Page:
Christmas is right around the corner. And where there are gifts to wrap, lights to hang, and pies to bake, there is Love Actually playing on someone’s television screen. The beloved romantic comedy has become as traditional as gingerbread houses since its release in 2003.
Love Actually is a British holiday-themed rom-com directed by Richard Curtis. For the uninitiated to his work, Curtis also directed rom-coms like Nothing Hill and Bridget Jones’ Diary, so you know he has a knack for telling sentimental and romantic stories. True enough, Love Actually depicts love in all its tenderness, surprises, sacrifices, and heartbreaks. In other words, what love actually is like, and not the fairy tale romance we all dream of having.
Aside from the different types of love it portrays, a big part of the appeal of Love Actually is its ensemble cast. The film is seriously star-studded, with Emma Thompson, Alan Rickman, Kiera Knightley, Liam Neeson, and Colin Firth in it. And of course, what’s a Richard Curtis film with Hugh Grant in a leading role? Together, our London-based characters feature in the ten different love stories told in the movie that connect in some way.
Love As Told by Love Actually
The enduring popularity of Love Actually, which celebrated its 20th anniversary with a reunion special, isn’t at all surprising. At the time of its release, Richard Curtis was already an established storyteller of romantic stories, and the cast of talented actors was beloved on either side of the pond. Plus, everyone gets a little emotional on holidays, so a Christmas-themed rom-com was sure to be a hit.
But our collective nostalgia isn’t enough to hide the opinion that Love Actually is actually a pretty terrible movie—at least in the way it depicts love.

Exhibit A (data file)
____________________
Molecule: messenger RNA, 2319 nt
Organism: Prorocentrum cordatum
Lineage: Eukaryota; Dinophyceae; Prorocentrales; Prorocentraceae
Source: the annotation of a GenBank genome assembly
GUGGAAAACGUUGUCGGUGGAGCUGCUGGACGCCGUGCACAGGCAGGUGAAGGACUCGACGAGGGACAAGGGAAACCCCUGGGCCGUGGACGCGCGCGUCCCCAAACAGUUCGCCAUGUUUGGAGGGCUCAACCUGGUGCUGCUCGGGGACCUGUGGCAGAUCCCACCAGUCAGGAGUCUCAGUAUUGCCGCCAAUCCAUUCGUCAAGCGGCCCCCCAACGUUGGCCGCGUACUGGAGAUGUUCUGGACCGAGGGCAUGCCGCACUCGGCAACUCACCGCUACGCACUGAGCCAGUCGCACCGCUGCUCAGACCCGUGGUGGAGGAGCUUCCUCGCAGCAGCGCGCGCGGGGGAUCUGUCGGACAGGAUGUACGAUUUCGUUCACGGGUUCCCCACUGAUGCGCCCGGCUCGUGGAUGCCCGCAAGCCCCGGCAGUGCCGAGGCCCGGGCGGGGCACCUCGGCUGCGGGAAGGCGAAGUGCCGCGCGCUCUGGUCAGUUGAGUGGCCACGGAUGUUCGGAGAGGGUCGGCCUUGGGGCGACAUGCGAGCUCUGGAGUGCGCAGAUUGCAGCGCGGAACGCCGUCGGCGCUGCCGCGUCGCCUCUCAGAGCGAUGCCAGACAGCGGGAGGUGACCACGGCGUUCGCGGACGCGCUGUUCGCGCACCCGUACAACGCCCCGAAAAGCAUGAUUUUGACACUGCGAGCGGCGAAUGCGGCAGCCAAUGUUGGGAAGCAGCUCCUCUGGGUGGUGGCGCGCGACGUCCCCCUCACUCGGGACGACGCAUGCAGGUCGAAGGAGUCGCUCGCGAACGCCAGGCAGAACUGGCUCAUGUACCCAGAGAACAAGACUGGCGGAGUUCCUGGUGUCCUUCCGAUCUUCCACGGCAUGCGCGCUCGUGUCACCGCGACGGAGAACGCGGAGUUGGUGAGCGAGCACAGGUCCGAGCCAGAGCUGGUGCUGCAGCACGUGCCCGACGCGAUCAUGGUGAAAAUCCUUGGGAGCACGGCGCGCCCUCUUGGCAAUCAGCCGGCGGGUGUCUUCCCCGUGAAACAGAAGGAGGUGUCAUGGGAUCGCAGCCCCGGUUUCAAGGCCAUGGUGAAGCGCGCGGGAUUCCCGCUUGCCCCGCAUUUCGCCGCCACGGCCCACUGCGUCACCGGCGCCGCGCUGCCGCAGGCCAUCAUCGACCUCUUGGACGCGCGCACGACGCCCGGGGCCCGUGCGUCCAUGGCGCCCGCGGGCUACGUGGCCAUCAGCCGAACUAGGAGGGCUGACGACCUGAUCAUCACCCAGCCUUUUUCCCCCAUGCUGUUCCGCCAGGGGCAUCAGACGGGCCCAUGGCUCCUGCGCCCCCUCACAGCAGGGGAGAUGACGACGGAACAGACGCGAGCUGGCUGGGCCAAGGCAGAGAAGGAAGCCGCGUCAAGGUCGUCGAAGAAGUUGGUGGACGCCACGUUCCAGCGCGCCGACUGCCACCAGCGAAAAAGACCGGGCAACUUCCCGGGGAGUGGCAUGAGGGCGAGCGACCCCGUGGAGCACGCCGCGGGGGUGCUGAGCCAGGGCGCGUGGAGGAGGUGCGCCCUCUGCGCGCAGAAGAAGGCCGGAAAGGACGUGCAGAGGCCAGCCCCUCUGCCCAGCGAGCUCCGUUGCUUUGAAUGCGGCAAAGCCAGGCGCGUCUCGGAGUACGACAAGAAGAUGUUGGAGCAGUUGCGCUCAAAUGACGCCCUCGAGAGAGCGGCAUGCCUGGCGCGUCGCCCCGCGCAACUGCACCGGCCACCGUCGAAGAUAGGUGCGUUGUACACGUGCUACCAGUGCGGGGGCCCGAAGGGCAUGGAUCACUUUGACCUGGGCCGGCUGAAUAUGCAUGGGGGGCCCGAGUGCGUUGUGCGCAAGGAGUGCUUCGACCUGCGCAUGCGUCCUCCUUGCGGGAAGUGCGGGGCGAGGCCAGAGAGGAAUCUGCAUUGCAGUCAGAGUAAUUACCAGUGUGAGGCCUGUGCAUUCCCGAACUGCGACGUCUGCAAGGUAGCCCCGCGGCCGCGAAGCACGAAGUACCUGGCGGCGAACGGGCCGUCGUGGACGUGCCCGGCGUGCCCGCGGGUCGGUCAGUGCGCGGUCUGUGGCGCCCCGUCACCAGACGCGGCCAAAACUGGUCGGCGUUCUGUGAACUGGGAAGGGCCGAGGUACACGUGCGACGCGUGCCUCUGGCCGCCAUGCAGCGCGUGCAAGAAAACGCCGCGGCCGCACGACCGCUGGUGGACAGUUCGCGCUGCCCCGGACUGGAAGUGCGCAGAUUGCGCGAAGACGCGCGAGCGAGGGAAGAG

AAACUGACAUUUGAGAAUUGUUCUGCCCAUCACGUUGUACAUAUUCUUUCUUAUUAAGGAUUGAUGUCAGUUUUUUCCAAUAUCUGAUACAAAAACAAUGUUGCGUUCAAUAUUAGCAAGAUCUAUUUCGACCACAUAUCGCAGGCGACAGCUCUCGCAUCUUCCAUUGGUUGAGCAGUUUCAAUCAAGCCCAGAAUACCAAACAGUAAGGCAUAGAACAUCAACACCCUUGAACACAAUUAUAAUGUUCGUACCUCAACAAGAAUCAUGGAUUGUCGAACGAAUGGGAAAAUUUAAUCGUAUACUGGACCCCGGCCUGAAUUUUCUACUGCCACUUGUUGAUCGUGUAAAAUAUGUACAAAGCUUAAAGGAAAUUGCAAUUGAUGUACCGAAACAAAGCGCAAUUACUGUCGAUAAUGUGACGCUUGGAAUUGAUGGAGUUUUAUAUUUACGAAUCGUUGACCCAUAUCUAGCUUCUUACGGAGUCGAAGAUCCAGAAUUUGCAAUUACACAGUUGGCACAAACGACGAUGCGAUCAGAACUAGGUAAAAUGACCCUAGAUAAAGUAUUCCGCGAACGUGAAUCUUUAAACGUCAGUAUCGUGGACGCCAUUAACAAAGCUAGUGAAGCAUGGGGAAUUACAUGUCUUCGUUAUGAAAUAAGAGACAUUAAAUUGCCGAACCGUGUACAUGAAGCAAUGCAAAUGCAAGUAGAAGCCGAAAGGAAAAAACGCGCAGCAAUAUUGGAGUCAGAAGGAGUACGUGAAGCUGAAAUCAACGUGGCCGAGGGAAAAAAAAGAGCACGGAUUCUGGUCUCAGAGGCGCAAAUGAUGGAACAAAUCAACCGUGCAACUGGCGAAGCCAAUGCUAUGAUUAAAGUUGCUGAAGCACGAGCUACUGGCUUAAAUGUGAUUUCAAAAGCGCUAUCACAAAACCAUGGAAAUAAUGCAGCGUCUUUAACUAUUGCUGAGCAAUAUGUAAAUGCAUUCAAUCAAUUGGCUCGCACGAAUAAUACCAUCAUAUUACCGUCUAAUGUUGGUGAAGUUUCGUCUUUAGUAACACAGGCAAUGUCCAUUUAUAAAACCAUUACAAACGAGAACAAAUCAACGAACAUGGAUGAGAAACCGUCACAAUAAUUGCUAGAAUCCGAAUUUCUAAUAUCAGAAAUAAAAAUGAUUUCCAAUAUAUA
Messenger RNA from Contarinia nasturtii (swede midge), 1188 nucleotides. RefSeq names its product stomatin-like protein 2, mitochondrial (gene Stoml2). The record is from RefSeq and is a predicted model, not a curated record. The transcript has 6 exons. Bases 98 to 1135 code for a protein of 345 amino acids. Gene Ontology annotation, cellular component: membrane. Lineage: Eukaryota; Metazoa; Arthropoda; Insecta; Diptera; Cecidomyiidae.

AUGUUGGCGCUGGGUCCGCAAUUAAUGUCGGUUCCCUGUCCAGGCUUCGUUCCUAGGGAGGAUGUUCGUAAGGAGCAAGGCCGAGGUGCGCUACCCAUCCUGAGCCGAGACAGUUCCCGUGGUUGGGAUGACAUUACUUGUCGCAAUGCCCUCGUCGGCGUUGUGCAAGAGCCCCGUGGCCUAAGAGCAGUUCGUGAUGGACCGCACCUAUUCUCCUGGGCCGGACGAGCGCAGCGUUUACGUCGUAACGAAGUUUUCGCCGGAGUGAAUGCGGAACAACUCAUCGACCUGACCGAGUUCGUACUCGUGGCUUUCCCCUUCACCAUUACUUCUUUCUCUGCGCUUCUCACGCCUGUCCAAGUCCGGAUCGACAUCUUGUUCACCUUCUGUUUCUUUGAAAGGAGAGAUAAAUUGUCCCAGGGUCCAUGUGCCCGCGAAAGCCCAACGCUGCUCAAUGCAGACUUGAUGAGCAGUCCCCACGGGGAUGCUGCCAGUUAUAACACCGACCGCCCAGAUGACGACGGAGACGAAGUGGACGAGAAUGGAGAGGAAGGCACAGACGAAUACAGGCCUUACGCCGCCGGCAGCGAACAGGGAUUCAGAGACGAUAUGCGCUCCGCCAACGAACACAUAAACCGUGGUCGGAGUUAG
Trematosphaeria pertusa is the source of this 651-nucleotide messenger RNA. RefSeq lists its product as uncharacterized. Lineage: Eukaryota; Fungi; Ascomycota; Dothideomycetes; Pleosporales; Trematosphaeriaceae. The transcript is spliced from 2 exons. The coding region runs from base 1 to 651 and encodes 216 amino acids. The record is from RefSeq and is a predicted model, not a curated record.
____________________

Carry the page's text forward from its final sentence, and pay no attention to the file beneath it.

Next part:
Sure, it highlights that enduring love isn’t just of the romantic kind, as with Prime Minister David (Grant) and Natalie (Martine McCutcheon), the 10 Downing Street staff he falls in love with. It could also be platonic love between close friends, like the friendship Karen (Thompson) and Daniel (Neeson) shared. Or love of the familial kind, like the kind of unconditional love Sarah (Laura Linney) had for her mentally ill brother. The love that no other kind of love trumps.
As much as I’d like to view Love Actually with a limited lens, it’s impossible with bigger storylines competing for your attention—especially since these are the ones that have some very awful things to say about love, whether they intended to or not.
Love Actually is Heteronormative
If we’re going by the rules that Love Actually portrayed, love is only for straight people. Of the ten stories woven into a somewhat cohesive narrative, all couples (or all people trying to be couples) were straight. There were no same-sex couples or even queer characters in the movie. Say what you will about cancel culture, but Love Actually would be completely unacceptable in the inclusive culture we’re trying to foster today.
But love isn’t just for couples of the opposite sex. Even Richard Curtis admitted to this outdated notion that Love Actually perpetuated. “My film is bound in some moments to feel out of date. The lack of diversity makes me feel uncomfortable and a bit stupid,” he says in the reunion special.
The really sad part is that they actually wrote a queer storyline into the script but decided to cut it later. Sure, the characters were meant to be minor but they would have added more color to Love Actually. Instead, we have a really heteronormative and, not to mention, mostly white portrayal of love. I don’t know about you but I’m pretty sure queer couples weren’t invented after the release of Love Actually.
Love Actually is Shallow and Unrealistic
One of the biggest plotlines of Love Actually is Jamie (Firth) hiding in his cottage after his girlfriend cheated on him. He hires a Portuguese housekeeper named Aurelia (Lúcia Moniz). After a few days of barely speaking to each other, since Aurelia didn’t know much English, Jamie falls madly in love with her.
In another part of England, Colin (Kris Marshall) plots to move to America because no English woman wants to be with him. His friend tells him no American woman will want him either because he isn’t rich or good-looking. But when he does arrive in Wisconsin, of all places in the US, he goes to a bar and immediately woos three attractive women with his irresistible English accent. And by the way, this is the entirety of his plotline!